This week, YOU pick the form. Write a poem using your favorite form. Try a form you’ve wanted to attempt. Take the challenge of writing a form that scares you (sestina). Either way, write your poem, giving the name of form and a brief description of it so others may be enticed to write. Have fun and explore.

Marie’s Form:

I chose the Nonet. I cheated, as this is one I wrote back in May of 2010.

Here are the Nonet rules:

A nonet has nine lines. The first line has nine syllables, the second line eight syllables, the third line seven syllables, etc., until line nine, which finishes with one syllable. It can be on any subject and rhyming is optional.


As the sun slips beneath the water,
Her afterglow lingers above –
Much to wooing moon’s delight.
And they bask in the glow
Those fleeting moments
They call their own,
As their hearts

Walt’s Form:

Created about twenty years ago by an Arkansas poet named Etheree Taylor Armstrong, this titled form, the Etheree, consists of ten lines of unmetered and unrhymed verse, the first line having one syllable, each succeeding line adding a syllable, with the total syllable count being fifty-five. I too cheated. An older poem.


A man
Standing guard.
Despite efforts
To be fair and firm,
Sometimes he folds under
The pressure. Bright hazel eyes
Flash their semaphore to signal
The next barrage to a father’s heart.
Daughters in tug of war for Dad’s favor.

IN-FORM POET: The Alouette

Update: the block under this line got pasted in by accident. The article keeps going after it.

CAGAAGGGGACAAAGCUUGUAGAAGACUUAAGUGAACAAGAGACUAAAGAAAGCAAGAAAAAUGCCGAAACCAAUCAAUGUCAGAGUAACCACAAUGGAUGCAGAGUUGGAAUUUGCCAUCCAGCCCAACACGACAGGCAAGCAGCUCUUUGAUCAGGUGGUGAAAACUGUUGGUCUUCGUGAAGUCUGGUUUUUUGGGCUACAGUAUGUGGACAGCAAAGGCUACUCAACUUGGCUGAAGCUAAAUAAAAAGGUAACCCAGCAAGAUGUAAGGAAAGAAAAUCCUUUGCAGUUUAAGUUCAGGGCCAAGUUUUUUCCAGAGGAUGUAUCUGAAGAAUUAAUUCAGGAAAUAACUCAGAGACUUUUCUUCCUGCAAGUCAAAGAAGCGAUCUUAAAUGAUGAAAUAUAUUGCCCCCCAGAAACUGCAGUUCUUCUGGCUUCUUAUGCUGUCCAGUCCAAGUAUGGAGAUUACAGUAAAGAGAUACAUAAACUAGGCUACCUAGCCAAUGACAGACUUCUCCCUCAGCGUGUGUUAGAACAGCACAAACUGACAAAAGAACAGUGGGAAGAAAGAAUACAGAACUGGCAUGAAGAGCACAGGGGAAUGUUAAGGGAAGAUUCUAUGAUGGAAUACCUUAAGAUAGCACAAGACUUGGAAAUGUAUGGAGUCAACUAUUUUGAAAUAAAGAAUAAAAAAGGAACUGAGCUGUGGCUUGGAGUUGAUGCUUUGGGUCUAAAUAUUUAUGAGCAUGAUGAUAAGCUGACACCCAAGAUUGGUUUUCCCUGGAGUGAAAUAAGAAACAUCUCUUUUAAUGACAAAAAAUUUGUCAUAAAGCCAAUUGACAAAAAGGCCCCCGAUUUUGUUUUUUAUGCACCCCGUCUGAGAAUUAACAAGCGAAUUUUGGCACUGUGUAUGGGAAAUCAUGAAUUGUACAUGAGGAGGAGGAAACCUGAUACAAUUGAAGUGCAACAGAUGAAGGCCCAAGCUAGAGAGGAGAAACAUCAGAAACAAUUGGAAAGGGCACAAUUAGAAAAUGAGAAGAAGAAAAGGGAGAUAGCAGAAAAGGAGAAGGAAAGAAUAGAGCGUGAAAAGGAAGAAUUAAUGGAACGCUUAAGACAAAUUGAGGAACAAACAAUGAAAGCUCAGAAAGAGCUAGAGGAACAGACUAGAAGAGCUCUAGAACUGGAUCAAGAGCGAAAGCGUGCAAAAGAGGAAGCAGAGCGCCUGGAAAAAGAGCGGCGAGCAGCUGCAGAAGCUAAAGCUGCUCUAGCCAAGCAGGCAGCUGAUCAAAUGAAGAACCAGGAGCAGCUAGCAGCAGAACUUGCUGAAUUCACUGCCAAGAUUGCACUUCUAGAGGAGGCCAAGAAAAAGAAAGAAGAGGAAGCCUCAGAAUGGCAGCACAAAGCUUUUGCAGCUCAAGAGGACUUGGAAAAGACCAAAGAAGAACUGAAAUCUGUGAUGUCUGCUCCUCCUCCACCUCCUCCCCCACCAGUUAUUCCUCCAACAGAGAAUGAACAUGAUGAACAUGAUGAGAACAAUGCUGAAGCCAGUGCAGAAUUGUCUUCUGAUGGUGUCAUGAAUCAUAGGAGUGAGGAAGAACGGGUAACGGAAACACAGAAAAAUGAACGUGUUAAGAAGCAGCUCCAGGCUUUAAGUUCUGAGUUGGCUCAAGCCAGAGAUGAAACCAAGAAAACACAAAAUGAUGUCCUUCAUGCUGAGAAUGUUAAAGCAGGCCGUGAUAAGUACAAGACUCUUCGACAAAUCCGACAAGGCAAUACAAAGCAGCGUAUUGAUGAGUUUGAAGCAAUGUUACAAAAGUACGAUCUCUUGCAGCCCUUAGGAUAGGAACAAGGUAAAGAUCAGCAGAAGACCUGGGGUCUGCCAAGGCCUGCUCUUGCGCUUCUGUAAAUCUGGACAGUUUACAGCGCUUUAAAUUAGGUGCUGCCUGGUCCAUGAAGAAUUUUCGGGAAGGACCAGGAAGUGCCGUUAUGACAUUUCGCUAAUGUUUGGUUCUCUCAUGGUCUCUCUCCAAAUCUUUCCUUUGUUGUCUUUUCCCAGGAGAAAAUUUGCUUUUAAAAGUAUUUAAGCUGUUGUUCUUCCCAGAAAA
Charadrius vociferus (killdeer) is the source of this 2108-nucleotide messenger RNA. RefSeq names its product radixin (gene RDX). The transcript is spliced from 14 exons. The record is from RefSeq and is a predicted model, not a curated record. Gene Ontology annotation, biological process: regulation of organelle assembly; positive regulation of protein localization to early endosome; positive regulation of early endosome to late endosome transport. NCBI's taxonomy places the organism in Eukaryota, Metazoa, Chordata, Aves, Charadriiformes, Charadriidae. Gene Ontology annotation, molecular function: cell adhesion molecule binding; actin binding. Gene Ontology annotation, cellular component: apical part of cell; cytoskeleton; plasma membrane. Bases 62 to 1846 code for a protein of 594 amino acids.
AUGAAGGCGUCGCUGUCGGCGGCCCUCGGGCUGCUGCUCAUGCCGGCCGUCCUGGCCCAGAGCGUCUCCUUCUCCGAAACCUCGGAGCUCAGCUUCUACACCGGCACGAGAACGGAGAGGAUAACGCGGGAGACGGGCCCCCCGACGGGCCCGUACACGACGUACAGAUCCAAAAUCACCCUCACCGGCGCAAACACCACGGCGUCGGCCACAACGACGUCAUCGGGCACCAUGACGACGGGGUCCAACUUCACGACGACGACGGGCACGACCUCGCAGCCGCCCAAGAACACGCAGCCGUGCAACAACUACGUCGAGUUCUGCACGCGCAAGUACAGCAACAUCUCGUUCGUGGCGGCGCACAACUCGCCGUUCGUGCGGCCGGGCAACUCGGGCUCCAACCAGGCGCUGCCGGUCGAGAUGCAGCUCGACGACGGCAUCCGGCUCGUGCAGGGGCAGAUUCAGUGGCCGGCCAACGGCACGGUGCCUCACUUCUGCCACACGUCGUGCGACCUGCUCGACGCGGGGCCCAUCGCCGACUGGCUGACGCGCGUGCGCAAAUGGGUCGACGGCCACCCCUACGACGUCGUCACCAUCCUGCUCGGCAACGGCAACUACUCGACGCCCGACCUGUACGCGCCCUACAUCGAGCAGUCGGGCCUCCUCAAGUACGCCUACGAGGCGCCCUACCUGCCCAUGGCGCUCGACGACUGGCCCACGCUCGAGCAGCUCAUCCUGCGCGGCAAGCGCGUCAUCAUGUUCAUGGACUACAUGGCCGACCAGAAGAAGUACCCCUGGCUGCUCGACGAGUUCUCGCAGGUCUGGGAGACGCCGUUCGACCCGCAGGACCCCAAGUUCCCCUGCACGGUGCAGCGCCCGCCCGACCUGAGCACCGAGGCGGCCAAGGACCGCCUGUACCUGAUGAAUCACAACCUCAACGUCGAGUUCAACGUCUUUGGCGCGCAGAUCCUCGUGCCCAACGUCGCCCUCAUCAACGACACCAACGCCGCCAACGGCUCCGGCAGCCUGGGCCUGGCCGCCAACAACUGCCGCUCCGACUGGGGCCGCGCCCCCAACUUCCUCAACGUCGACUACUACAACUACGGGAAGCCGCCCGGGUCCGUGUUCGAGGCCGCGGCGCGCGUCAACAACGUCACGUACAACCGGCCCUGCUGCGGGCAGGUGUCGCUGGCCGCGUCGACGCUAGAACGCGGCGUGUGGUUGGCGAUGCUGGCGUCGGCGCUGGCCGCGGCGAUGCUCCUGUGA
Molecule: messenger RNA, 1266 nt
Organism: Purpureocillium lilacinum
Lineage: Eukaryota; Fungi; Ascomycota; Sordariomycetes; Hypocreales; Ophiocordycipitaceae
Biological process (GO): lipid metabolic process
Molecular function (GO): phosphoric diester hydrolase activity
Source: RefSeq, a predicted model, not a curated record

The Alouette was created by Jan Turner.

It consists of two or more stanzas of 6 lines each, with the following set rules:

Meter: 5, 5, 7, 5, 5, 7
Rhyme Scheme: a, a, b, c, c, b

“Alouette” is a French word, which means ‘skylark’, and this form is reminiscent of the lark’s song-like expression as presented here. The word ‘alouette’ can also mean “a children’s song” (usually sung in a group). This poetry form is not necessarily for children’s poetry (although can be applied that way), as it works through that style with short lines.


Marie Elena’s Alouette for “wee little kidlins” 

Timberly tumble
Jimberly jumble
Let’s go to the petting zoo.
Wigglety wiggle
Gigglety giggle
Loads of fun things we can do!

Timberly tumble
Jimberly jumble
Feel the fluffy bunny fur.
Wigglety wiggle
Gigglety giggle
Listen to the tiger purr.

Timberly tumble
Jimberly jumble
Bottle-feed a baby goat.
Wigglety wiggle
Gigglety giggle
Screech Owl sings a high-pitched note.

Timberly tumble
Jimberly jumble
Milk a mama dairy cow.
Wigglety wiggle
Gigglety giggle
Mama says, “Be careful, now!”

Timberly tumble
Jimberly jumble
Crackers for a pretty doe.
Mumbley mumble
Grumbley grumble
Mama said it’s time to go.

Copyright © 2011 Marie Elena Good

Walt’s Alouette:

I hear it gently,
and I mentally
take note of the lilting song.
Angel voices sing
the soundtrack of Spring.
Their chorus is loud and strong.

Morning brings their sound,
and it is around
dawn’s first light that I hear it.
A poet’s heart sees
the living beauty
within euphonic spirit.

I begin each day
the exact same way.
I am thankful for this gift.
My whispered prayer
rises through the air;
as their harmonies uplift.


Copyright © 2011 Walt Wojtanik

Try an Alouette if the muse strikes you.